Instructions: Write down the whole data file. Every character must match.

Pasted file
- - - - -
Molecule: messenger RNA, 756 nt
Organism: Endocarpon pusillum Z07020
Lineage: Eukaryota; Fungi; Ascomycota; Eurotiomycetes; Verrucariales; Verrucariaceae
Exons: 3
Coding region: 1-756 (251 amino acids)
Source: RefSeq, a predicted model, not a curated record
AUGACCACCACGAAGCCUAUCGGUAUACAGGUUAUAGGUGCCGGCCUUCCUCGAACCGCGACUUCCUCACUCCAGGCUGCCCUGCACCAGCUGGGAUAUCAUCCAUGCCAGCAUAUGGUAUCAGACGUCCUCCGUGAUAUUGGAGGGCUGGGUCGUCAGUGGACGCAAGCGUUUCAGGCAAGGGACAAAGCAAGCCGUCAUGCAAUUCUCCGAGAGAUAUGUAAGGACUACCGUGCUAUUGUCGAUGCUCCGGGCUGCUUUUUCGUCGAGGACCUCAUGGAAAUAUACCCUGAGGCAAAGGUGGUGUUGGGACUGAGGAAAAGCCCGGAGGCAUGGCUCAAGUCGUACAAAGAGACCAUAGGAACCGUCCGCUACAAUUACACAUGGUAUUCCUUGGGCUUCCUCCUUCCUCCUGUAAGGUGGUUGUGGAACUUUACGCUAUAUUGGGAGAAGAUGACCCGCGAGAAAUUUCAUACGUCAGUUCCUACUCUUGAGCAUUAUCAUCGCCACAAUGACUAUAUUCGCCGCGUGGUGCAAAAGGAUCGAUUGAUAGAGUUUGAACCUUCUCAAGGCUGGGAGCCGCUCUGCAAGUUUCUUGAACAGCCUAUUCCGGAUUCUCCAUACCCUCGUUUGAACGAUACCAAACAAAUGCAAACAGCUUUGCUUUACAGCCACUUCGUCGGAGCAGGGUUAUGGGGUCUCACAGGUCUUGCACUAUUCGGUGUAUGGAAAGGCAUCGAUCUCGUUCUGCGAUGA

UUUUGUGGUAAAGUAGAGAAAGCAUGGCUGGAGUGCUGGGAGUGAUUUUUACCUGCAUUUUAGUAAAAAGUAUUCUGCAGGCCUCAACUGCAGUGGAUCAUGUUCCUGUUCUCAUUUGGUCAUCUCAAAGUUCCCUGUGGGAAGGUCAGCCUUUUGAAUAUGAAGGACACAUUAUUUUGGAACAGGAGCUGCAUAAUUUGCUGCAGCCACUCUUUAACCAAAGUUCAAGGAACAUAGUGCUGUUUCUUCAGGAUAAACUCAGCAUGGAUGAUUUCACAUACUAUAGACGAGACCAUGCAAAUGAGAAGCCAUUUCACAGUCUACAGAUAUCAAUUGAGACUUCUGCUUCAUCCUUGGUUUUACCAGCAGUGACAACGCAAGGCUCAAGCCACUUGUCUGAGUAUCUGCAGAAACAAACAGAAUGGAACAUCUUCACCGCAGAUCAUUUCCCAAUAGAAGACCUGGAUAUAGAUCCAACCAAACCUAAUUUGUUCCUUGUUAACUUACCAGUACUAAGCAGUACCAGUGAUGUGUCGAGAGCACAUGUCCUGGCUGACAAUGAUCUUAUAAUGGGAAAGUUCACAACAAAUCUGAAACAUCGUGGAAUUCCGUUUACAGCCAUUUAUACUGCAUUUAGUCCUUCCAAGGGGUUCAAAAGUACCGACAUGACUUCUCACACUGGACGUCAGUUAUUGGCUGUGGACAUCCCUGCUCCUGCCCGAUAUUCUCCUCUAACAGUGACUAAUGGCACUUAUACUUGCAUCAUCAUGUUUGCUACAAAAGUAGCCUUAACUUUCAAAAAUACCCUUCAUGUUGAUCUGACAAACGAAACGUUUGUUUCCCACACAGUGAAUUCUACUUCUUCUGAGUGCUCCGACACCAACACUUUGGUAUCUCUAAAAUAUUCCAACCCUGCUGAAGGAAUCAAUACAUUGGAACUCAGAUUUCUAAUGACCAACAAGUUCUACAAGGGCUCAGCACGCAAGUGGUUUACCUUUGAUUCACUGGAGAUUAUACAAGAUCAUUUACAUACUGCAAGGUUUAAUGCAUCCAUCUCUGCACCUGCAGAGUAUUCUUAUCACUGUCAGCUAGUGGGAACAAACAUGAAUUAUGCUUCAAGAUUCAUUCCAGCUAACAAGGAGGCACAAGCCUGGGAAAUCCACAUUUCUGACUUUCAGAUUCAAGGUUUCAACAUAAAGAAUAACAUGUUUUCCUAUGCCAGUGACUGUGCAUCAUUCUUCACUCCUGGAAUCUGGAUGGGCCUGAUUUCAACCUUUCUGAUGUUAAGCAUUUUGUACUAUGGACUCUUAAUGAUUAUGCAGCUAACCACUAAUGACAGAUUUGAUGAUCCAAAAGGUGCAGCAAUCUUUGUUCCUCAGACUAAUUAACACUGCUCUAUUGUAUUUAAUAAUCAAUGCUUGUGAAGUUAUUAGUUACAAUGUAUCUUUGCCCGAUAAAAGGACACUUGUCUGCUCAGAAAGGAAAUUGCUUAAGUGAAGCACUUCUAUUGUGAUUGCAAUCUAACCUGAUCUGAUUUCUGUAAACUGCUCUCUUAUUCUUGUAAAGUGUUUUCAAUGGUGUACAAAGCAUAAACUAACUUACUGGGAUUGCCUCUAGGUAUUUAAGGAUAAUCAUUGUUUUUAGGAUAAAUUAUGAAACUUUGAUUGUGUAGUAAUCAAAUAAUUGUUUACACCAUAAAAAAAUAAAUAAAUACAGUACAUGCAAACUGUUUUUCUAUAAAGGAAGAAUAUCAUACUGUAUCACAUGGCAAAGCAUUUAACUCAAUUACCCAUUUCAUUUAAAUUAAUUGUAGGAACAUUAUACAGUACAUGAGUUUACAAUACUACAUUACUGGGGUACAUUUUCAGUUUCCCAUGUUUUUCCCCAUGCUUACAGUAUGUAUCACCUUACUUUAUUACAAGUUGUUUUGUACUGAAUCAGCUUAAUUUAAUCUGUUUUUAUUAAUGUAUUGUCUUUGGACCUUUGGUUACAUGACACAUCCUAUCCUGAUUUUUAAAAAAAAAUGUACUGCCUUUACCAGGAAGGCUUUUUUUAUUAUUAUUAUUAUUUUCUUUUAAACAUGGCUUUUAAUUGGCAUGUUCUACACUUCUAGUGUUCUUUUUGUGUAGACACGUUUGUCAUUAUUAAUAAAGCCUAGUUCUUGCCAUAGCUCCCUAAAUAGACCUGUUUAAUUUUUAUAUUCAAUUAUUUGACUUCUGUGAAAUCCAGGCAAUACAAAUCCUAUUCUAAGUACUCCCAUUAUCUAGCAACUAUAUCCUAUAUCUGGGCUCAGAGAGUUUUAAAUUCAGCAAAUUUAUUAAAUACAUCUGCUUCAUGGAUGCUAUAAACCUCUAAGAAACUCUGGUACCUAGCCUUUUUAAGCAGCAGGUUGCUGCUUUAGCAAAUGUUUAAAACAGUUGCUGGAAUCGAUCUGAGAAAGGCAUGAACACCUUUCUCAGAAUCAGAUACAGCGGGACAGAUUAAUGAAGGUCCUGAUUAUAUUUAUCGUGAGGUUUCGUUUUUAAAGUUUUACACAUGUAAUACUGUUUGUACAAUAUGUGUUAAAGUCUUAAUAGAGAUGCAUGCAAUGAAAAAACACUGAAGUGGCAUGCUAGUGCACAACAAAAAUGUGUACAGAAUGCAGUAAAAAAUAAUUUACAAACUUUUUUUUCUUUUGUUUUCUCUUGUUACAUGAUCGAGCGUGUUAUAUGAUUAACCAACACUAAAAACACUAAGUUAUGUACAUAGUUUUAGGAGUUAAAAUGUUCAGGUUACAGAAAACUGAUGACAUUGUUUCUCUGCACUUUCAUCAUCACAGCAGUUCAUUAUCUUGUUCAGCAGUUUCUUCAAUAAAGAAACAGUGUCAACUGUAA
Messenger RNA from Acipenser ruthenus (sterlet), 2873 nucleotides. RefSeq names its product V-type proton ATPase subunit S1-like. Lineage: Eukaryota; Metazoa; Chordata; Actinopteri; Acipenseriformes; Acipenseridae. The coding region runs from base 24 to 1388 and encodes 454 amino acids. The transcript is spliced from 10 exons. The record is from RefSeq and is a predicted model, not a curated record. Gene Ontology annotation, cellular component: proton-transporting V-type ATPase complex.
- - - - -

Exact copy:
Molecule: messenger RNA, 756 nt
Organism: Endocarpon pusillum Z07020
Lineage: Eukaryota; Fungi; Ascomycota; Eurotiomycetes; Verrucariales; Verrucariaceae
Exons: 3
Coding region: 1-756 (251 amino acids)
Source: RefSeq, a predicted model, not a curated record
AUGACCACCACGAAGCCUAUCGGUAUACAGGUUAUAGGUGCCGGCCUUCCUCGAACCGCGACUUCCUCACUCCAGGCUGCCCUGCACCAGCUGGGAUAUCAUCCAUGCCAGCAUAUGGUAUCAGACGUCCUCCGUGAUAUUGGAGGGCUGGGUCGUCAGUGGACGCAAGCGUUUCAGGCAAGGGACAAAGCAAGCCGUCAUGCAAUUCUCCGAGAGAUAUGUAAGGACUACCGUGCUAUUGUCGAUGCUCCGGGCUGCUUUUUCGUCGAGGACCUCAUGGAAAUAUACCCUGAGGCAAAGGUGGUGUUGGGACUGAGGAAAAGCCCGGAGGCAUGGCUCAAGUCGUACAAAGAGACCAUAGGAACCGUCCGCUACAAUUACACAUGGUAUUCCUUGGGCUUCCUCCUUCCUCCUGUAAGGUGGUUGUGGAACUUUACGCUAUAUUGGGAGAAGAUGACCCGCGAGAAAUUUCAUACGUCAGUUCCUACUCUUGAGCAUUAUCAUCGCCACAAUGACUAUAUUCGCCGCGUGGUGCAAAAGGAUCGAUUGAUAGAGUUUGAACCUUCUCAAGGCUGGGAGCCGCUCUGCAAGUUUCUUGAACAGCCUAUUCCGGAUUCUCCAUACCCUCGUUUGAACGAUACCAAACAAAUGCAAACAGCUUUGCUUUACAGCCACUUCGUCGGAGCAGGGUUAUGGGGUCUCACAGGUCUUGCACUAUUCGGUGUAUGGAAAGGCAUCGAUCUCGUUCUGCGAUGA

UUUUGUGGUAAAGUAGAGAAAGCAUGGCUGGAGUGCUGGGAGUGAUUUUUACCUGCAUUUUAGUAAAAAGUAUUCUGCAGGCCUCAACUGCAGUGGAUCAUGUUCCUGUUCUCAUUUGGUCAUCUCAAAGUUCCCUGUGGGAAGGUCAGCCUUUUGAAUAUGAAGGACACAUUAUUUUGGAACAGGAGCUGCAUAAUUUGCUGCAGCCACUCUUUAACCAAAGUUCAAGGAACAUAGUGCUGUUUCUUCAGGAUAAACUCAGCAUGGAUGAUUUCACAUACUAUAGACGAGACCAUGCAAAUGAGAAGCCAUUUCACAGUCUACAGAUAUCAAUUGAGACUUCUGCUUCAUCCUUGGUUUUACCAGCAGUGACAACGCAAGGCUCAAGCCACUUGUCUGAGUAUCUGCAGAAACAAACAGAAUGGAACAUCUUCACCGCAGAUCAUUUCCCAAUAGAAGACCUGGAUAUAGAUCCAACCAAACCUAAUUUGUUCCUUGUUAACUUACCAGUACUAAGCAGUACCAGUGAUGUGUCGAGAGCACAUGUCCUGGCUGACAAUGAUCUUAUAAUGGGAAAGUUCACAACAAAUCUGAAACAUCGUGGAAUUCCGUUUACAGCCAUUUAUACUGCAUUUAGUCCUUCCAAGGGGUUCAAAAGUACCGACAUGACUUCUCACACUGGACGUCAGUUAUUGGCUGUGGACAUCCCUGCUCCUGCCCGAUAUUCUCCUCUAACAGUGACUAAUGGCACUUAUACUUGCAUCAUCAUGUUUGCUACAAAAGUAGCCUUAACUUUCAAAAAUACCCUUCAUGUUGAUCUGACAAACGAAACGUUUGUUUCCCACACAGUGAAUUCUACUUCUUCUGAGUGCUCCGACACCAACACUUUGGUAUCUCUAAAAUAUUCCAACCCUGCUGAAGGAAUCAAUACAUUGGAACUCAGAUUUCUAAUGACCAACAAGUUCUACAAGGGCUCAGCACGCAAGUGGUUUACCUUUGAUUCACUGGAGAUUAUACAAGAUCAUUUACAUACUGCAAGGUUUAAUGCAUCCAUCUCUGCACCUGCAGAGUAUUCUUAUCACUGUCAGCUAGUGGGAACAAACAUGAAUUAUGCUUCAAGAUUCAUUCCAGCUAACAAGGAGGCACAAGCCUGGGAAAUCCACAUUUCUGACUUUCAGAUUCAAGGUUUCAACAUAAAGAAUAACAUGUUUUCCUAUGCCAGUGACUGUGCAUCAUUCUUCACUCCUGGAAUCUGGAUGGGCCUGAUUUCAACCUUUCUGAUGUUAAGCAUUUUGUACUAUGGACUCUUAAUGAUUAUGCAGCUAACCACUAAUGACAGAUUUGAUGAUCCAAAAGGUGCAGCAAUCUUUGUUCCUCAGACUAAUUAACACUGCUCUAUUGUAUUUAAUAAUCAAUGCUUGUGAAGUUAUUAGUUACAAUGUAUCUUUGCCCGAUAAAAGGACACUUGUCUGCUCAGAAAGGAAAUUGCUUAAGUGAAGCACUUCUAUUGUGAUUGCAAUCUAACCUGAUCUGAUUUCUGUAAACUGCUCUCUUAUUCUUGUAAAGUGUUUUCAAUGGUGUACAAAGCAUAAACUAACUUACUGGGAUUGCCUCUAGGUAUUUAAGGAUAAUCAUUGUUUUUAGGAUAAAUUAUGAAACUUUGAUUGUGUAGUAAUCAAAUAAUUGUUUACACCAUAAAAAAAUAAAUAAAUACAGUACAUGCAAACUGUUUUUCUAUAAAGGAAGAAUAUCAUACUGUAUCACAUGGCAAAGCAUUUAACUCAAUUACCCAUUUCAUUUAAAUUAAUUGUAGGAACAUUAUACAGUACAUGAGUUUACAAUACUACAUUACUGGGGUACAUUUUCAGUUUCCCAUGUUUUUCCCCAUGCUUACAGUAUGUAUCACCUUACUUUAUUACAAGUUGUUUUGUACUGAAUCAGCUUAAUUUAAUCUGUUUUUAUUAAUGUAUUGUCUUUGGACCUUUGGUUACAUGACACAUCCUAUCCUGAUUUUUAAAAAAAAAUGUACUGCCUUUACCAGGAAGGCUUUUUUUAUUAUUAUUAUUAUUUUCUUUUAAACAUGGCUUUUAAUUGGCAUGUUCUACACUUCUAGUGUUCUUUUUGUGUAGACACGUUUGUCAUUAUUAAUAAAGCCUAGUUCUUGCCAUAGCUCCCUAAAUAGACCUGUUUAAUUUUUAUAUUCAAUUAUUUGACUUCUGUGAAAUCCAGGCAAUACAAAUCCUAUUCUAAGUACUCCCAUUAUCUAGCAACUAUAUCCUAUAUCUGGGCUCAGAGAGUUUUAAAUUCAGCAAAUUUAUUAAAUACAUCUGCUUCAUGGAUGCUAUAAACCUCUAAGAAACUCUGGUACCUAGCCUUUUUAAGCAGCAGGUUGCUGCUUUAGCAAAUGUUUAAAACAGUUGCUGGAAUCGAUCUGAGAAAGGCAUGAACACCUUUCUCAGAAUCAGAUACAGCGGGACAGAUUAAUGAAGGUCCUGAUUAUAUUUAUCGUGAGGUUUCGUUUUUAAAGUUUUACACAUGUAAUACUGUUUGUACAAUAUGUGUUAAAGUCUUAAUAGAGAUGCAUGCAAUGAAAAAACACUGAAGUGGCAUGCUAGUGCACAACAAAAAUGUGUACAGAAUGCAGUAAAAAAUAAUUUACAAACUUUUUUUUCUUUUGUUUUCUCUUGUUACAUGAUCGAGCGUGUUAUAUGAUUAACCAACACUAAAAACACUAAGUUAUGUACAUAGUUUUAGGAGUUAAAAUGUUCAGGUUACAGAAAACUGAUGACAUUGUUUCUCUGCACUUUCAUCAUCACAGCAGUUCAUUAUCUUGUUCAGCAGUUUCUUCAAUAAAGAAACAGUGUCAACUGUAA
Messenger RNA from Acipenser ruthenus (sterlet), 2873 nucleotides. RefSeq names its product V-type proton ATPase subunit S1-like. Lineage: Eukaryota; Metazoa; Chordata; Actinopteri; Acipenseriformes; Acipenseridae. The coding region runs from base 24 to 1388 and encodes 454 amino acids. The transcript is spliced from 10 exons. The record is from RefSeq and is a predicted model, not a curated record. Gene Ontology annotation, cellular component: proton-transporting V-type ATPase complex.